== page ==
I once reported and wrote a story about street musicians in Jerusalem for a publication based in the Middle East that publishes in English. Not one word in the story had anything to do with the Israeli-Palestinian conflict.
The street musician world of Jerusalem is prolific, varied, talented, and extraordinarily interesting. They have no politics to espouse when they perform. Violinists, guitarists, singers, all play because they want to. Many perform at some of Jerusalem’s open mic sessions at different places in the city. Their performances are free, unless you want to tip. It’s some of the best local color that the city has to offer.
However, when the story was published, words had been added to make it more dramatic, more interesting, more violent. Words that evoke fighting and conflict were added, and a photo of a religious man was made the lead image.
There’s nothing wrong per se with framing a story about street musicians in the context of the geopolitical situation. Whatever works for that publication, really. But there are times when it gets to be ridiculous. This was one of them.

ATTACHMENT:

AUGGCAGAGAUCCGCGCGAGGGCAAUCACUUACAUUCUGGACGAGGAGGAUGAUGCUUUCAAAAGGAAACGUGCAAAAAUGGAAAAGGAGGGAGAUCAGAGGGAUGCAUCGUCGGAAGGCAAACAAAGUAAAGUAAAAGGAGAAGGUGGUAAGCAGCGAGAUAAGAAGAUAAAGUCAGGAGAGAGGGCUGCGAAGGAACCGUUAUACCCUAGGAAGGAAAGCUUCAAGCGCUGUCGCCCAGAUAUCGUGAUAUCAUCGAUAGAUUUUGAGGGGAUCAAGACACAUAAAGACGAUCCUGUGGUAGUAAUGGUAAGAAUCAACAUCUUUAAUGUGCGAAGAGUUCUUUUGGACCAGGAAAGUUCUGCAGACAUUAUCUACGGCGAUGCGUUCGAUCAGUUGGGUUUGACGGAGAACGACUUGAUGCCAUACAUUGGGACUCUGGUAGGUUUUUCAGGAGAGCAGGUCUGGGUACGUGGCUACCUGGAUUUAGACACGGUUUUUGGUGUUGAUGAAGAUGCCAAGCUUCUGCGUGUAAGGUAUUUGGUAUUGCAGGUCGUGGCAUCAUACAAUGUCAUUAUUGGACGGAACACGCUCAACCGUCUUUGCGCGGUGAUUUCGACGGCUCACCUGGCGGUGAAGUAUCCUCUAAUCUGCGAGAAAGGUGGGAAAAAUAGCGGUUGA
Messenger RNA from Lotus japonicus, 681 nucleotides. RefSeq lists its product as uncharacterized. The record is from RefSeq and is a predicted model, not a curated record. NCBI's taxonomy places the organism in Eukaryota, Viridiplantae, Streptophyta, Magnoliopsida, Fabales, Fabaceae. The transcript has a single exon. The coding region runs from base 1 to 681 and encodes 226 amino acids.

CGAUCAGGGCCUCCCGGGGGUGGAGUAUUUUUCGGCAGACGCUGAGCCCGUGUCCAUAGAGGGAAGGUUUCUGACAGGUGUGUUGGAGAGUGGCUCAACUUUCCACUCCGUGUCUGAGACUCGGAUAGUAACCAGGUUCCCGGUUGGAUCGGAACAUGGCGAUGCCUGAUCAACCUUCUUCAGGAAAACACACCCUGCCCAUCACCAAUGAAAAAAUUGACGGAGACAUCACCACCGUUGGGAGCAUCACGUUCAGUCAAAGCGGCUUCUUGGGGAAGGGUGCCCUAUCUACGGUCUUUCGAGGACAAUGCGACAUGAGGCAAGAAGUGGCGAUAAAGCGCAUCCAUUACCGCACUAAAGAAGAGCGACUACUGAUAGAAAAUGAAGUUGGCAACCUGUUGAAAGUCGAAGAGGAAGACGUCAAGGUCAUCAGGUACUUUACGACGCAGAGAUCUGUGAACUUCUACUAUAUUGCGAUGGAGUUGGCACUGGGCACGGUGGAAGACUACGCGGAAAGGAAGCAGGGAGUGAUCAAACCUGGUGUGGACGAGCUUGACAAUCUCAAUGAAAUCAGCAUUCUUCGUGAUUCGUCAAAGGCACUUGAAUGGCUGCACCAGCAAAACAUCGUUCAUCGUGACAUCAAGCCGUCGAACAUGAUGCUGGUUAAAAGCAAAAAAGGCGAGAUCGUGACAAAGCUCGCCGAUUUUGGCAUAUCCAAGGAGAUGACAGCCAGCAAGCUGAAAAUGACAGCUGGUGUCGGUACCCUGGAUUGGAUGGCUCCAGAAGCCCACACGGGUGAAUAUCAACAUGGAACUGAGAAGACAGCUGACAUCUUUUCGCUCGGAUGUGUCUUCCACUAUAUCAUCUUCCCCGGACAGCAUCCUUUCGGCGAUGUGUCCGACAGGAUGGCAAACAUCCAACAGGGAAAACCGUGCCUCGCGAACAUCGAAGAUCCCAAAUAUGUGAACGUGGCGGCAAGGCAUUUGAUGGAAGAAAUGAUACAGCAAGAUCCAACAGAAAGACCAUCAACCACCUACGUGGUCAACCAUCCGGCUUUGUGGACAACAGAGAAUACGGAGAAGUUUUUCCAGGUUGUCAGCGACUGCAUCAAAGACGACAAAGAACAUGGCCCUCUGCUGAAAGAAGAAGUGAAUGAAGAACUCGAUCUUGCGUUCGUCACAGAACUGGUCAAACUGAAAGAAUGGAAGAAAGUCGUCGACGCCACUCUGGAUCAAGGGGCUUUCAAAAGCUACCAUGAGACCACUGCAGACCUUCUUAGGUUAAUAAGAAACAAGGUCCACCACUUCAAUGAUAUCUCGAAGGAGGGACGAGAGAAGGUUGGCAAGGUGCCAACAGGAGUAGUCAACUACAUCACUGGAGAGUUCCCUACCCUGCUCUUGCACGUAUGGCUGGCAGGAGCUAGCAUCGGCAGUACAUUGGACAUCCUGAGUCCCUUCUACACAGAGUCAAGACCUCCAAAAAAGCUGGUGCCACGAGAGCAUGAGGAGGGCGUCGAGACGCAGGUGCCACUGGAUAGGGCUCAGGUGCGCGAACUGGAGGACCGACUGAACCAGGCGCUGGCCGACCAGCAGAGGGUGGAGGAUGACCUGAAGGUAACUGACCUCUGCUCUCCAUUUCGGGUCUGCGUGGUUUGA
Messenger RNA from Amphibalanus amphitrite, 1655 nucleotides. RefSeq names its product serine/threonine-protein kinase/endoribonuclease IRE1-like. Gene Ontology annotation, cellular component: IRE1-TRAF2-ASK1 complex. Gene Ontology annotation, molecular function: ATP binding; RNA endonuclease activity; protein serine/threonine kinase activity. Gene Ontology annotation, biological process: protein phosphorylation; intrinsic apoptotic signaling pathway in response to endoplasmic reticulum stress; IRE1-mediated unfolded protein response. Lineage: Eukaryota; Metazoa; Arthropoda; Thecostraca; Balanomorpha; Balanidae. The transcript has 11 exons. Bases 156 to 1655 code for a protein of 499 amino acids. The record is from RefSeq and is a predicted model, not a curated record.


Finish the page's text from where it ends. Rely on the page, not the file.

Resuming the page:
Music is music is music. Yes, it can be used to influence and incite. But not in this case. One street musician, a close friend, told me that he plays in Jerusalem on the streets because he simply must. In his case, there is a spiritual connection to the city that motivates him.
I wish editors at that publication would have emphasized that – spiritual connection – instead of what they did – social disconnection.